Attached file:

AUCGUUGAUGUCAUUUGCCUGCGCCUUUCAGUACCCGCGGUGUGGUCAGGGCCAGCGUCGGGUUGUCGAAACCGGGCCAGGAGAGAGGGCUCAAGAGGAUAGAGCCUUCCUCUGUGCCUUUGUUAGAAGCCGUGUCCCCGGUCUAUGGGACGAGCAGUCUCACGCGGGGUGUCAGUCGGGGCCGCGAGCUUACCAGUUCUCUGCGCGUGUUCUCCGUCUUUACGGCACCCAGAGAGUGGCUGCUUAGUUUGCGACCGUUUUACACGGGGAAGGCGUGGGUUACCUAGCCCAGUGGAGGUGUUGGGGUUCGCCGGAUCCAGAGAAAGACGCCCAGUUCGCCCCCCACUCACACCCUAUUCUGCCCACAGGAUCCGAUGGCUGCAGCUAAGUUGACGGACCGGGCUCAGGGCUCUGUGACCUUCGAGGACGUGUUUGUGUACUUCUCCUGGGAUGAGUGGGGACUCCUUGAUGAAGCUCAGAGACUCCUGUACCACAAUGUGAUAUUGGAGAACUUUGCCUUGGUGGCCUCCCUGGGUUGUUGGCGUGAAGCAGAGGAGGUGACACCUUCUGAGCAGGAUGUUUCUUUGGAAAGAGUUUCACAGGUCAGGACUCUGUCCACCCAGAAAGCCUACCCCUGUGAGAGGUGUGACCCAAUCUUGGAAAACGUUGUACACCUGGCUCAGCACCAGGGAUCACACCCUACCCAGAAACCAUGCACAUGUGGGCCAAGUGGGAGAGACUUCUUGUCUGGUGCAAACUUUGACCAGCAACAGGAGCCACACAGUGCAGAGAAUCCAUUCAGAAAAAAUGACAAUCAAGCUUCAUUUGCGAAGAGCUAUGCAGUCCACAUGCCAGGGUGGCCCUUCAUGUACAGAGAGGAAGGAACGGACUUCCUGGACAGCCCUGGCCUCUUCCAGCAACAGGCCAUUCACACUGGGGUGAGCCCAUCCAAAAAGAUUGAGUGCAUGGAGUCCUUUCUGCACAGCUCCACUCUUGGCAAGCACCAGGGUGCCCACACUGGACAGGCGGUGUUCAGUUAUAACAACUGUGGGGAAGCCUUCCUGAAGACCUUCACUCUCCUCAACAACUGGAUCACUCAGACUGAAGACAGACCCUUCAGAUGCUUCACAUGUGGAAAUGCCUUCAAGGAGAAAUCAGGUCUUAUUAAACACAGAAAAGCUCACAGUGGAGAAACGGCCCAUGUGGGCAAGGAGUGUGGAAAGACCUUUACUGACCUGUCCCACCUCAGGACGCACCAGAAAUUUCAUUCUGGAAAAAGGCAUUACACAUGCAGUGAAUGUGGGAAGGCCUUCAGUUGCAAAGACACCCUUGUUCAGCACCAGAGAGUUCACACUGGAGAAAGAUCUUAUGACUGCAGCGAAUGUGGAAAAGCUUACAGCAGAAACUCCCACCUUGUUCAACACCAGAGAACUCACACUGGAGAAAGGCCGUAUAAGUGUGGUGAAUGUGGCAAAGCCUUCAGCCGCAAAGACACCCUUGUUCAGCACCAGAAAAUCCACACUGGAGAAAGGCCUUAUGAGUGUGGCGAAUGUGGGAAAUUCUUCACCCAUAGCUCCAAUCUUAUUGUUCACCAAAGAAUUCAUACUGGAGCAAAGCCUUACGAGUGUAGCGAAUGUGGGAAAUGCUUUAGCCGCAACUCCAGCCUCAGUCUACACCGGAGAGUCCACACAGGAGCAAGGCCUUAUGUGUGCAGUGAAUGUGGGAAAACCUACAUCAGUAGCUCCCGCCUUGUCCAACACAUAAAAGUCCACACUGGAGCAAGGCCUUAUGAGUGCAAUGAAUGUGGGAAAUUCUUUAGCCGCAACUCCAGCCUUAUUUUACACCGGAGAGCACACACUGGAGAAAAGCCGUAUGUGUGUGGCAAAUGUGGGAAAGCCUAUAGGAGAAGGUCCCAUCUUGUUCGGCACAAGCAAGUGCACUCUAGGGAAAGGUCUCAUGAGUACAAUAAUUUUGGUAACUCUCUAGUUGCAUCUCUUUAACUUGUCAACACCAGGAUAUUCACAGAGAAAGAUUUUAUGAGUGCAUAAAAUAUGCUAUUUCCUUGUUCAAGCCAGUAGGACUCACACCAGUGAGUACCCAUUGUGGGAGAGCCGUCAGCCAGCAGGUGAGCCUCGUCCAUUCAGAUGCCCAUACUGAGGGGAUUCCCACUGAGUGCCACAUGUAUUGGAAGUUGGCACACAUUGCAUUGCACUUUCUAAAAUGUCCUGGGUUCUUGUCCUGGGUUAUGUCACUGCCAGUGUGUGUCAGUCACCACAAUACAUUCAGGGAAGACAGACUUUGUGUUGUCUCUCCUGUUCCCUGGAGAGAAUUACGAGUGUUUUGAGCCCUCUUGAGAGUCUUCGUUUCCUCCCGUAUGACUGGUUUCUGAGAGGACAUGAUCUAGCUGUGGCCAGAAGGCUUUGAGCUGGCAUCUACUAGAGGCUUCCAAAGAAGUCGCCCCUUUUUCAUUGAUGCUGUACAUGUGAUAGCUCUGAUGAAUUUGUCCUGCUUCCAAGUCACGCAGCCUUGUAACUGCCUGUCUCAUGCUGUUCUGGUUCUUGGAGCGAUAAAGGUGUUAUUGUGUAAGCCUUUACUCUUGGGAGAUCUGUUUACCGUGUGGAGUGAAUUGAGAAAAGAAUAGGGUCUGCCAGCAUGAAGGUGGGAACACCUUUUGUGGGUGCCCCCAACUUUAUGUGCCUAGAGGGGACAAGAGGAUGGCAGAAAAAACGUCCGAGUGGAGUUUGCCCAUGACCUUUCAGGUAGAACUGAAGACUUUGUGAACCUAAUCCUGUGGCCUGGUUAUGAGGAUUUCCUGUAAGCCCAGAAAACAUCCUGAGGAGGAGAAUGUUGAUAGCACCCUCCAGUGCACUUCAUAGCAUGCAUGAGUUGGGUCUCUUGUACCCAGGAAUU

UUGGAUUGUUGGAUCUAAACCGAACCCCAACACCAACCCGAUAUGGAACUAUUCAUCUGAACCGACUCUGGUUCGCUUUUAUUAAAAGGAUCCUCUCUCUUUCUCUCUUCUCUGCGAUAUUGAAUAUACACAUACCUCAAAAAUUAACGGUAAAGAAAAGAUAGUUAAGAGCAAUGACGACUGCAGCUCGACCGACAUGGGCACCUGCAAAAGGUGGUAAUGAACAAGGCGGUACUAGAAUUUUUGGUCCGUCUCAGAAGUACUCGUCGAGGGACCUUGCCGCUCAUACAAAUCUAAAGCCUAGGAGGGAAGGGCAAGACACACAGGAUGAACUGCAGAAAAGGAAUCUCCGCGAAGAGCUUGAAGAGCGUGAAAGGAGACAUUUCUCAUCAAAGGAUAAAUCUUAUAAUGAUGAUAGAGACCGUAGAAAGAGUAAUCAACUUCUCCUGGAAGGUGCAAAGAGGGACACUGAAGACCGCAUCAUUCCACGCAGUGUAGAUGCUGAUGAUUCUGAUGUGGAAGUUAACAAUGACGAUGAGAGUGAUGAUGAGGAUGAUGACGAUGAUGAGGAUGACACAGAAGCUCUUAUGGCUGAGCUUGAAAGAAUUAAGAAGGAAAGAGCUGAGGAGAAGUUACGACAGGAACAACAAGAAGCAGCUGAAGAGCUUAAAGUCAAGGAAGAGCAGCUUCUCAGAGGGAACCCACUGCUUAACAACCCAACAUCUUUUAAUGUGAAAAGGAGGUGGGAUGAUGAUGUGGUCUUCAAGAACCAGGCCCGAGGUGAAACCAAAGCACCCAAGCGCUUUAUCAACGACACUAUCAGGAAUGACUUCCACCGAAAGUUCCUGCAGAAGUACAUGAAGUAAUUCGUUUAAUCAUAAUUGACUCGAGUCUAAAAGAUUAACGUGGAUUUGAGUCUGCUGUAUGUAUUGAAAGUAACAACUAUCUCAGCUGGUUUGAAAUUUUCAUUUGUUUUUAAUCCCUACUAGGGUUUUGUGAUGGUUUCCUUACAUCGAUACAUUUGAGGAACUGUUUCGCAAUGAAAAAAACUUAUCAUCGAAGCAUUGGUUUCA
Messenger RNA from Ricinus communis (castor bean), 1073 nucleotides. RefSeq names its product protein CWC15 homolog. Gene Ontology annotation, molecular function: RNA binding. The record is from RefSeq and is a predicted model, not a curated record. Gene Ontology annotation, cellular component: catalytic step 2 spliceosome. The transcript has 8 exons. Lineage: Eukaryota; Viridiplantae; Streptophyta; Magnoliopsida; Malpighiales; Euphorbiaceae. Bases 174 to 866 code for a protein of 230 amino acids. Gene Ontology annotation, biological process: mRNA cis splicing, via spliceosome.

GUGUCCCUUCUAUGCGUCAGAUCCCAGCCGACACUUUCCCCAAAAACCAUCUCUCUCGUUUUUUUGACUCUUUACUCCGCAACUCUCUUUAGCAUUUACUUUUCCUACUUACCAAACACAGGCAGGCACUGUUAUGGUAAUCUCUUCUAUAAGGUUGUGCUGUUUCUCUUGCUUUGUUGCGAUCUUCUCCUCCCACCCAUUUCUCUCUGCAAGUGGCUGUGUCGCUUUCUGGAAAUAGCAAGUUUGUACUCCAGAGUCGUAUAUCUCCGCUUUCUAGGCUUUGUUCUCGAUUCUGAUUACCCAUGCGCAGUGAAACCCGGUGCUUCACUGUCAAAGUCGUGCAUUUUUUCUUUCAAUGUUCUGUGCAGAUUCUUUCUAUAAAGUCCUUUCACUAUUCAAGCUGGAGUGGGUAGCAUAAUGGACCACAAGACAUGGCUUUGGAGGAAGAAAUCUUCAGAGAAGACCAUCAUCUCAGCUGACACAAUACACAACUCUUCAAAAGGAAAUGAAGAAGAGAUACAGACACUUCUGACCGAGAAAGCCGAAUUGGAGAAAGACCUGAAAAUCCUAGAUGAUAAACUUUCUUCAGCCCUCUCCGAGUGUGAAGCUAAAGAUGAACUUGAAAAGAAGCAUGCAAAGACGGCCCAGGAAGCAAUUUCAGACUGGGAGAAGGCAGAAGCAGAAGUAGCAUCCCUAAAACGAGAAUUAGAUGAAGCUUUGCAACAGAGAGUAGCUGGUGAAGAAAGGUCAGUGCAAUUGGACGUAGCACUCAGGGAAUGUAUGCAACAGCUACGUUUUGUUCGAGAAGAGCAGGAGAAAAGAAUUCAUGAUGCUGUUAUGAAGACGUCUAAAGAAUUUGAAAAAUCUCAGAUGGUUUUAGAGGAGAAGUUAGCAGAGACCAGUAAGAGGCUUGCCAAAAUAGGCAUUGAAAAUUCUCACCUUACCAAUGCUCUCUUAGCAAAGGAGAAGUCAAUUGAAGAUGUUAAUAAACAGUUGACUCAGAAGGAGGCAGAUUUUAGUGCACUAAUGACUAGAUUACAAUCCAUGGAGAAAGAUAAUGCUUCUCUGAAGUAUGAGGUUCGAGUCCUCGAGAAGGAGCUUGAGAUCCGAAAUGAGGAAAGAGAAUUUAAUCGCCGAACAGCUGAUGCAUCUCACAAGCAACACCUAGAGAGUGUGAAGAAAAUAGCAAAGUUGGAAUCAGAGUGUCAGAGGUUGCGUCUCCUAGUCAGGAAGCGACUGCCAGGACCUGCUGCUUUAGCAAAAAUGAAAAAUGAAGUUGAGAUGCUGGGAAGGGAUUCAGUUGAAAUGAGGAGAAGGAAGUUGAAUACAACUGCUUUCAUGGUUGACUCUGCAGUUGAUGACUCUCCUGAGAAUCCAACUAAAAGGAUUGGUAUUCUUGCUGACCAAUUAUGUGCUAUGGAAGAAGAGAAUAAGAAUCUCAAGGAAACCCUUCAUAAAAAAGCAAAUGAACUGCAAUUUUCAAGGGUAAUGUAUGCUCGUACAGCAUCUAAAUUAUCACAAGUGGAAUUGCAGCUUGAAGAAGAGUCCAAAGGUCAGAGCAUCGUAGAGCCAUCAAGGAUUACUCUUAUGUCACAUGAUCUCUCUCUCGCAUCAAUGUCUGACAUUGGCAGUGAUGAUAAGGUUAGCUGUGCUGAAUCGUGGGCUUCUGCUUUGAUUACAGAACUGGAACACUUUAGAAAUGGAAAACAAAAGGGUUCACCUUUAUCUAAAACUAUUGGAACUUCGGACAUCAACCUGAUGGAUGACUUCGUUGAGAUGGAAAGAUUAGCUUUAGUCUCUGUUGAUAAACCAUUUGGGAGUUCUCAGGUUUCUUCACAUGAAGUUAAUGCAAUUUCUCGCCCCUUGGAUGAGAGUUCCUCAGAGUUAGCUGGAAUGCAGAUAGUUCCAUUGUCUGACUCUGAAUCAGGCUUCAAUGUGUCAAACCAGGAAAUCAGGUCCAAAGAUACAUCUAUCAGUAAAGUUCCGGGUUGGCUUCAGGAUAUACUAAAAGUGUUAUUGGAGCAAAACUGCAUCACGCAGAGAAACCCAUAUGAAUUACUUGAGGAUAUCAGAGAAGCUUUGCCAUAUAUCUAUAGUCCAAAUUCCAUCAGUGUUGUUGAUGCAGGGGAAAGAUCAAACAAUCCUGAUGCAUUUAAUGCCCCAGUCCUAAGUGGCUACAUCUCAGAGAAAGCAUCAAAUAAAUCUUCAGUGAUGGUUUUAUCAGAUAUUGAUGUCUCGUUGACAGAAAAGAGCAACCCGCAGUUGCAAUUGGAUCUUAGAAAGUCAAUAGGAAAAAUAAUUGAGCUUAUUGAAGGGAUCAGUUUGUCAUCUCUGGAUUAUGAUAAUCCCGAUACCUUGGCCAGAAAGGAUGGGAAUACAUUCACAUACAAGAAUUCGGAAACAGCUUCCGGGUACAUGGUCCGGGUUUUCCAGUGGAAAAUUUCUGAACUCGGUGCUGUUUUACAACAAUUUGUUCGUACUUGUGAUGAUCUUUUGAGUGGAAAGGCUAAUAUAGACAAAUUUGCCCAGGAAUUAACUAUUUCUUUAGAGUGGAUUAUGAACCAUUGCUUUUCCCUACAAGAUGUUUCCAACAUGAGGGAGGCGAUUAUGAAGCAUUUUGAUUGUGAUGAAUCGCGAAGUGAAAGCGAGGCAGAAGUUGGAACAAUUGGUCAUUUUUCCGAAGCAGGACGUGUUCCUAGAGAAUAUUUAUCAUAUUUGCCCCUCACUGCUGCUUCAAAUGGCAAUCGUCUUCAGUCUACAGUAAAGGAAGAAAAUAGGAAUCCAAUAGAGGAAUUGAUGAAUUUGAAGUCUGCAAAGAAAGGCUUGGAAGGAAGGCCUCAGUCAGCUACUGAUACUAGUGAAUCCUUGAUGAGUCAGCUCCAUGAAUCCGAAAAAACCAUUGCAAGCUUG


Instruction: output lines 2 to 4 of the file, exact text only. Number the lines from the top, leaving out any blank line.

UUGGAUUGUUGGAUCUAAACCGAACCCCAACACCAACCCGAUAUGGAACUAUUCAUCUGAACCGACUCUGGUUCGCUUUUAUUAAAAGGAUCCUCUCUCUUUCUCUCUUCUCUGCGAUAUUGAAUAUACACAUACCUCAAAAAUUAACGGUAAAGAAAAGAUAGUUAAGAGCAAUGACGACUGCAGCUCGACCGACAUGGGCACCUGCAAAAGGUGGUAAUGAACAAGGCGGUACUAGAAUUUUUGGUCCGUCUCAGAAGUACUCGUCGAGGGACCUUGCCGCUCAUACAAAUCUAAAGCCUAGGAGGGAAGGGCAAGACACACAGGAUGAACUGCAGAAAAGGAAUCUCCGCGAAGAGCUUGAAGAGCGUGAAAGGAGACAUUUCUCAUCAAAGGAUAAAUCUUAUAAUGAUGAUAGAGACCGUAGAAAGAGUAAUCAACUUCUCCUGGAAGGUGCAAAGAGGGACACUGAAGACCGCAUCAUUCCACGCAGUGUAGAUGCUGAUGAUUCUGAUGUGGAAGUUAACAAUGACGAUGAGAGUGAUGAUGAGGAUGAUGACGAUGAUGAGGAUGACACAGAAGCUCUUAUGGCUGAGCUUGAAAGAAUUAAGAAGGAAAGAGCUGAGGAGAAGUUACGACAGGAACAACAAGAAGCAGCUGAAGAGCUUAAAGUCAAGGAAGAGCAGCUUCUCAGAGGGAACCCACUGCUUAACAACCCAACAUCUUUUAAUGUGAAAAGGAGGUGGGAUGAUGAUGUGGUCUUCAAGAACCAGGCCCGAGGUGAAACCAAAGCACCCAAGCGCUUUAUCAACGACACUAUCAGGAAUGACUUCCACCGAAAGUUCCUGCAGAAGUACAUGAAGUAAUUCGUUUAAUCAUAAUUGACUCGAGUCUAAAAGAUUAACGUGGAUUUGAGUCUGCUGUAUGUAUUGAAAGUAACAACUAUCUCAGCUGGUUUGAAAUUUUCAUUUGUUUUUAAUCCCUACUAGGGUUUUGUGAUGGUUUCCUUACAUCGAUACAUUUGAGGAACUGUUUCGCAAUGAAAAAAACUUAUCAUCGAAGCAUUGGUUUCA
Messenger RNA from Ricinus communis (castor bean), 1073 nucleotides. RefSeq names its product protein CWC15 homolog. Gene Ontology annotation, molecular function: RNA binding. The record is from RefSeq and is a predicted model, not a curated record. Gene Ontology annotation, cellular component: catalytic step 2 spliceosome. The transcript has 8 exons. Lineage: Eukaryota; Viridiplantae; Streptophyta; Magnoliopsida; Malpighiales; Euphorbiaceae. Bases 174 to 866 code for a protein of 230 amino acids. Gene Ontology annotation, biological process: mRNA cis splicing, via spliceosome.

GUGUCCCUUCUAUGCGUCAGAUCCCAGCCGACACUUUCCCCAAAAACCAUCUCUCUCGUUUUUUUGACUCUUUACUCCGCAACUCUCUUUAGCAUUUACUUUUCCUACUUACCAAACACAGGCAGGCACUGUUAUGGUAAUCUCUUCUAUAAGGUUGUGCUGUUUCUCUUGCUUUGUUGCGAUCUUCUCCUCCCACCCAUUUCUCUCUGCAAGUGGCUGUGUCGCUUUCUGGAAAUAGCAAGUUUGUACUCCAGAGUCGUAUAUCUCCGCUUUCUAGGCUUUGUUCUCGAUUCUGAUUACCCAUGCGCAGUGAAACCCGGUGCUUCACUGUCAAAGUCGUGCAUUUUUUCUUUCAAUGUUCUGUGCAGAUUCUUUCUAUAAAGUCCUUUCACUAUUCAAGCUGGAGUGGGUAGCAUAAUGGACCACAAGACAUGGCUUUGGAGGAAGAAAUCUUCAGAGAAGACCAUCAUCUCAGCUGACACAAUACACAACUCUUCAAAAGGAAAUGAAGAAGAGAUACAGACACUUCUGACCGAGAAAGCCGAAUUGGAGAAAGACCUGAAAAUCCUAGAUGAUAAACUUUCUUCAGCCCUCUCCGAGUGUGAAGCUAAAGAUGAACUUGAAAAGAAGCAUGCAAAGACGGCCCAGGAAGCAAUUUCAGACUGGGAGAAGGCAGAAGCAGAAGUAGCAUCCCUAAAACGAGAAUUAGAUGAAGCUUUGCAACAGAGAGUAGCUGGUGAAGAAAGGUCAGUGCAAUUGGACGUAGCACUCAGGGAAUGUAUGCAACAGCUACGUUUUGUUCGAGAAGAGCAGGAGAAAAGAAUUCAUGAUGCUGUUAUGAAGACGUCUAAAGAAUUUGAAAAAUCUCAGAUGGUUUUAGAGGAGAAGUUAGCAGAGACCAGUAAGAGGCUUGCCAAAAUAGGCAUUGAAAAUUCUCACCUUACCAAUGCUCUCUUAGCAAAGGAGAAGUCAAUUGAAGAUGUUAAUAAACAGUUGACUCAGAAGGAGGCAGAUUUUAGUGCACUAAUGACUAGAUUACAAUCCAUGGAGAAAGAUAAUGCUUCUCUGAAGUAUGAGGUUCGAGUCCUCGAGAAGGAGCUUGAGAUCCGAAAUGAGGAAAGAGAAUUUAAUCGCCGAACAGCUGAUGCAUCUCACAAGCAACACCUAGAGAGUGUGAAGAAAAUAGCAAAGUUGGAAUCAGAGUGUCAGAGGUUGCGUCUCCUAGUCAGGAAGCGACUGCCAGGACCUGCUGCUUUAGCAAAAAUGAAAAAUGAAGUUGAGAUGCUGGGAAGGGAUUCAGUUGAAAUGAGGAGAAGGAAGUUGAAUACAACUGCUUUCAUGGUUGACUCUGCAGUUGAUGACUCUCCUGAGAAUCCAACUAAAAGGAUUGGUAUUCUUGCUGACCAAUUAUGUGCUAUGGAAGAAGAGAAUAAGAAUCUCAAGGAAACCCUUCAUAAAAAAGCAAAUGAACUGCAAUUUUCAAGGGUAAUGUAUGCUCGUACAGCAUCUAAAUUAUCACAAGUGGAAUUGCAGCUUGAAGAAGAGUCCAAAGGUCAGAGCAUCGUAGAGCCAUCAAGGAUUACUCUUAUGUCACAUGAUCUCUCUCUCGCAUCAAUGUCUGACAUUGGCAGUGAUGAUAAGGUUAGCUGUGCUGAAUCGUGGGCUUCUGCUUUGAUUACAGAACUGGAACACUUUAGAAAUGGAAAACAAAAGGGUUCACCUUUAUCUAAAACUAUUGGAACUUCGGACAUCAACCUGAUGGAUGACUUCGUUGAGAUGGAAAGAUUAGCUUUAGUCUCUGUUGAUAAACCAUUUGGGAGUUCUCAGGUUUCUUCACAUGAAGUUAAUGCAAUUUCUCGCCCCUUGGAUGAGAGUUCCUCAGAGUUAGCUGGAAUGCAGAUAGUUCCAUUGUCUGACUCUGAAUCAGGCUUCAAUGUGUCAAACCAGGAAAUCAGGUCCAAAGAUACAUCUAUCAGUAAAGUUCCGGGUUGGCUUCAGGAUAUACUAAAAGUGUUAUUGGAGCAAAACUGCAUCACGCAGAGAAACCCAUAUGAAUUACUUGAGGAUAUCAGAGAAGCUUUGCCAUAUAUCUAUAGUCCAAAUUCCAUCAGUGUUGUUGAUGCAGGGGAAAGAUCAAACAAUCCUGAUGCAUUUAAUGCCCCAGUCCUAAGUGGCUACAUCUCAGAGAAAGCAUCAAAUAAAUCUUCAGUGAUGGUUUUAUCAGAUAUUGAUGUCUCGUUGACAGAAAAGAGCAACCCGCAGUUGCAAUUGGAUCUUAGAAAGUCAAUAGGAAAAAUAAUUGAGCUUAUUGAAGGGAUCAGUUUGUCAUCUCUGGAUUAUGAUAAUCCCGAUACCUUGGCCAGAAAGGAUGGGAAUACAUUCACAUACAAGAAUUCGGAAACAGCUUCCGGGUACAUGGUCCGGGUUUUCCAGUGGAAAAUUUCUGAACUCGGUGCUGUUUUACAACAAUUUGUUCGUACUUGUGAUGAUCUUUUGAGUGGAAAGGCUAAUAUAGACAAAUUUGCCCAGGAAUUAACUAUUUCUUUAGAGUGGAUUAUGAACCAUUGCUUUUCCCUACAAGAUGUUUCCAACAUGAGGGAGGCGAUUAUGAAGCAUUUUGAUUGUGAUGAAUCGCGAAGUGAAAGCGAGGCAGAAGUUGGAACAAUUGGUCAUUUUUCCGAAGCAGGACGUGUUCCUAGAGAAUAUUUAUCAUAUUUGCCCCUCACUGCUGCUUCAAAUGGCAAUCGUCUUCAGUCUACAGUAAAGGAAGAAAAUAGGAAUCCAAUAGAGGAAUUGAUGAAUUUGAAGUCUGCAAAGAAAGGCUUGGAAGGAAGGCCUCAGUCAGCUACUGAUACUAGUGAAUCCUUGAUGAGUCAGCUCCAUGAAUCCGAAAAAACCAUUGCAAGCUUG